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January 24, 2008

What's This Crap About a Ruby Backlash?

Zed's rant triggered some patently false anti-Ruby memes that have now been bouncing around the programming blogsphere echo chamber for a few weeks. Disturbingly so. It's time to put a bullet to the head of the idea that Ruby is experiencing a widespread backlash, that it was just a fad, or that it is inferior to competing technologies such as Groovy. As far as I can tell, the originators of these ideas are people that betray agendas against the success of Ruby and/or Ruby on Rails. Specifically, I'm calling one of them out by name:

Daniel Spiewak (for being a liar)

His post, The End of the Ruby Fad? really set me off and was the final straw that made me write this post. As a community, I don't think we can just let the FUD and lies perpetuate unchecked. Daniel's post in question is full of wrong-headed opinions, but it also has lies in it that I believe are specific enough to be called out as willful deception:

Daniel: "Ruby posts to link sites like DZone or Reddit get voted down before they have a chance to see the light of day."

Simply browse the ruby links on programming.reddit.com or the list of over 2000 ruby-related links on DZone to disprove that lie. My contention, which I think is fairly obvious to people on this side of the Ruby/Anti-Ruby divide, is that the people echoing the Ruby backlash theme are all folks with entrenched anti-Ruby stances and agendas. There are no neutral observers chiming in on the matter.

It's the same old FUD, repackaged:

Daniel: "...while Ruby may not be suitable for an enterprise level, high-traffic web application,"

Peter Cooper of RubyInside calls him out on that one better than I could hope to do so:

Peter: "You say you don’t like the hype or the backlash, but then you come out with this sort of vague non-statement to keep the fire burning. Any language “may” or may not be suitable for any task, but you seem to be implying in the context here that Ruby is “not” suitable for developing enterprise level, high-traffic Web applications without actually going the whole hog and just saying it. In any case, this, of course, is not true. At least, it’s no more true for Ruby than it is for Python, Perl, PHP, or Scala, say."

What about the most general of facts, about the nature of Ruby itself as a programming language?

Daniel: "(Ruby is) hardly a general-purpose language, so it could never replace Java and company."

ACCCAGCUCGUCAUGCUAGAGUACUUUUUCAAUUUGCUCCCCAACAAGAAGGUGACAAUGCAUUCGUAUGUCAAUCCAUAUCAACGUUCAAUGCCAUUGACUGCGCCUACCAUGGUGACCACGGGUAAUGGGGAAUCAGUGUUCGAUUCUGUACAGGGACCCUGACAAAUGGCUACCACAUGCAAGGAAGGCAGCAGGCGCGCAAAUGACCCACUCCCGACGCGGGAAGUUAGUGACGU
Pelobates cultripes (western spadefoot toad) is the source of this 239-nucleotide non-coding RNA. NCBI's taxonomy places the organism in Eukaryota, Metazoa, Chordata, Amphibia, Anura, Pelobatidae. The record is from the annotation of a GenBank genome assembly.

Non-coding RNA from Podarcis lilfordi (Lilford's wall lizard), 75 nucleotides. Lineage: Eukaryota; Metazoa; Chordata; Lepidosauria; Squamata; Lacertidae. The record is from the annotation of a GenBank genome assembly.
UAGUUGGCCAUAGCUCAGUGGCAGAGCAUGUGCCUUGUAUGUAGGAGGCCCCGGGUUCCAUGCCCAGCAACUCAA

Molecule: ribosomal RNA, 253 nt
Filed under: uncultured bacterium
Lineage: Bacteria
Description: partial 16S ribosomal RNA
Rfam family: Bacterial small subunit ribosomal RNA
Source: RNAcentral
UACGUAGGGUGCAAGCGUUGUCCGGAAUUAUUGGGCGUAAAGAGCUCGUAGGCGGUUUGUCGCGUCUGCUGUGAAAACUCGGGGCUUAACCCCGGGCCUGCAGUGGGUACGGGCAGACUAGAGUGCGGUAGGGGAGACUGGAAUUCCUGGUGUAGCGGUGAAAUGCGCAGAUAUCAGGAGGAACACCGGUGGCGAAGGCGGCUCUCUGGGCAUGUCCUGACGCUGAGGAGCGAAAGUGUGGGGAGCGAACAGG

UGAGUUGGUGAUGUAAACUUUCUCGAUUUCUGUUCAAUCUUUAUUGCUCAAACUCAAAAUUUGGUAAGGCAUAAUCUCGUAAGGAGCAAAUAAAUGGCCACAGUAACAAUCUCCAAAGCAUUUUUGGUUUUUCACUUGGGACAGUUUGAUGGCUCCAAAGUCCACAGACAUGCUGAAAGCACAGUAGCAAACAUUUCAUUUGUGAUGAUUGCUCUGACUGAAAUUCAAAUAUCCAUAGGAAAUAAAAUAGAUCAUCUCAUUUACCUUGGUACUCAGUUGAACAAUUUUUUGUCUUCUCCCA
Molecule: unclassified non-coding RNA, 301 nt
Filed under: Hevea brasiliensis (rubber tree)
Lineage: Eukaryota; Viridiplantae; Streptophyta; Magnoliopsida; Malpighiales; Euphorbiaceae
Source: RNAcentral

Ruby is by definition, a general-purpose language. (Wikipedia makes a contrast between domain-specific and general-purpose languages.)

You have to question the actual knowledge of someone making such blatantly wrong assertions. In other words, does Daniel know what the hell he's talking about? He answers that question himself in the comment trail:

Daniel: "It has been pointed out that my "Rails" example is quite foolish and naive. This is absolutely true."

Oh the irony! How folksy and cute to write blatant crap in your blog, enjoy the publicity and then admit that you knew it was crap to begin with. To that I say "UNACCEPTABLE!"

Even his rhetoric is faulty, like this plainly false categorization of developers:

Daniel: "Developers these days fall into two camps: those who have heard the hype and rejected what it stands for, and developers who are totally carried away by the emotion of the fad."

Maybe not technically a lie, more of an opinion, but certainly bad rhetoric. There is a huge third camp, that dwarfs the extremists on both sides, full of intelligent, pragmatic individuals that are choosing to use the tools available to us without prejudice. That includes Java, Ruby, Python, Scala, etc. There is no silver bullet, and all that jazz...

Oppression

Daniel's post led me to question, what is the motive for piling on to the heap of negativity started by Zed and perpetuated by Rick Hightower, Graeme Rocher and others? Why pick on the Ruby community? Is it simply a reaction to the hype cycle?

Daniel: "Perhaps now that the bubble has burst, we’ll finally get to see the popularity of Ruby in its proper place."

Aha! Above all, that sentiment is the common thread amongst the haters of the progressive Ruby community. Oppression! They want to keep Ruby (and by extension Rubyists) in our proper place! What is that proper place I wonder -- perhaps it is out of the mainstream, out of the limelight, out of the enterprise, out of the places where we threaten the status quo!


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